It’s hard to comprehend how small paid media ads used to be. My earliest working memories involve having to abbreviate company names to fit into a headline and split 70 characters evenly across two description fields with 35-character limits on some platform called Overture. The first Facebook ads I created had limited text and imagery so small you could barely make out what the product was (which didn’t stop me from buying a Denny Crane bobblehead from an ad).
Today, ad copy character limits have increased dramatically, allowing media buyers to focus much more on testing. As a matter of best practice Google recommends at least three static ads per Ad Group, and Facebook recommends at least an A/B test (but allows you to create up to 50 ads per Ad Set if masochism is your thing). At scale, this important tactic can become quite time consuming.
Enter: Responsive Ads. Responsive Ads allow media buyers to provide ad copy assets that can be used to build creative dynamically. Below we’ll go over how these work in each channel.
Google Display Network
The Google Display Network, encompassing placements across 90% of the internet including Google native placements like Gmail and YouTube, was one of the first places Responsive Ads were introduced. Assets you provide to Google to produce ads include:
- Business Name
- Business Logo (up to 5)
- Images (up to 15)
- Long Headline (90 characters)
- Short Headlines (up to 5, 30 characters)
- Descriptions (up to 5, 90 characters)
Those are the required assets, but Google also offers a few additional customizations:
- Call to Action (Choose from 12)
- Custom Colors
Using these assets, Google will mix & match to create the right ad for the right person. Their algorithm will consider which individual assets perform best, which combinations perform best together, in addition to leveraging their AI to learn which assets and combinations work best for individual users based on personalized data. In other words, if other people like me have high click-through and high conversion rate on a certain combination of assets, Google will serve that ad to me as well.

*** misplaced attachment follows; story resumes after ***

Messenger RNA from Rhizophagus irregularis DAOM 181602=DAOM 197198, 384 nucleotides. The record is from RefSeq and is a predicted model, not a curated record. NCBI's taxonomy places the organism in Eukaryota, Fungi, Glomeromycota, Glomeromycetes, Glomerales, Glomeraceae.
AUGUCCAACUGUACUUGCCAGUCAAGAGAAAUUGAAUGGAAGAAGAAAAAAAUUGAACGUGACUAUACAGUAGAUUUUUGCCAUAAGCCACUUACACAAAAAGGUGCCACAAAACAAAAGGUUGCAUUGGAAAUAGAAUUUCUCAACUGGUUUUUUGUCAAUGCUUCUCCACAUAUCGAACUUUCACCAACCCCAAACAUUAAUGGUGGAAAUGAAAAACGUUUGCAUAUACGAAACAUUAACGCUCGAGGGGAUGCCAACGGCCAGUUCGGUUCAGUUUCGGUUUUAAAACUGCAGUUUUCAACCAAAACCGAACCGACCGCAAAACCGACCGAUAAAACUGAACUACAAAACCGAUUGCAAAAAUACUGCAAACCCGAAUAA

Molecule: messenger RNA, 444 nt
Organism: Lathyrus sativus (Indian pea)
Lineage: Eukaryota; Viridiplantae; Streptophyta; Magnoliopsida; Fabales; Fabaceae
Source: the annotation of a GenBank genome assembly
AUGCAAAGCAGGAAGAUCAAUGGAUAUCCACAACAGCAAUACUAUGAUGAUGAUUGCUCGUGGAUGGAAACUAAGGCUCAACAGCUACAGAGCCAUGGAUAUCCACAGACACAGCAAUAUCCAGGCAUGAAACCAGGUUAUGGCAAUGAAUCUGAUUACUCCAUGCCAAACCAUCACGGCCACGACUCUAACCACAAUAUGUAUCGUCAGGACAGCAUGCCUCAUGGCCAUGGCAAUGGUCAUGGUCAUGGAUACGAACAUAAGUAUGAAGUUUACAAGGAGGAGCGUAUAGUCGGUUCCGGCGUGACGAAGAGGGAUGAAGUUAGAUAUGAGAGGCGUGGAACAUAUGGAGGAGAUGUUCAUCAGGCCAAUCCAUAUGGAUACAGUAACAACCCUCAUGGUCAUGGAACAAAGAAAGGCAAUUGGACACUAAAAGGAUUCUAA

The added benefit is that these assets will also mix and match to fulfill any ad size needed on the Display Network:
In addition to also adjusting to Google’s Native ad placements:
Responsive Ads’ benefit on the Google Display Network is twofold: optimizing ad creative to provide the right ad for the person, as well as offering a lower barrier to entry for creating ads without a graphic designer.
Google Search Network
Following the success of Responsive Ads on the Display Network, Google rolled out a similar product for the Search Network. The ad specifications for a Search Ad are:
- Headlines (up to 15, 30 characters)
- Descriptions (up to 4, 90 characters)
These are the familiar specifications of static Expanded Text Ads, but with the added benefit of 5x as many headlines and 2x as many descriptions. Our team will typically focus the most on Headline testing as there are more options and they are more prominent to in use.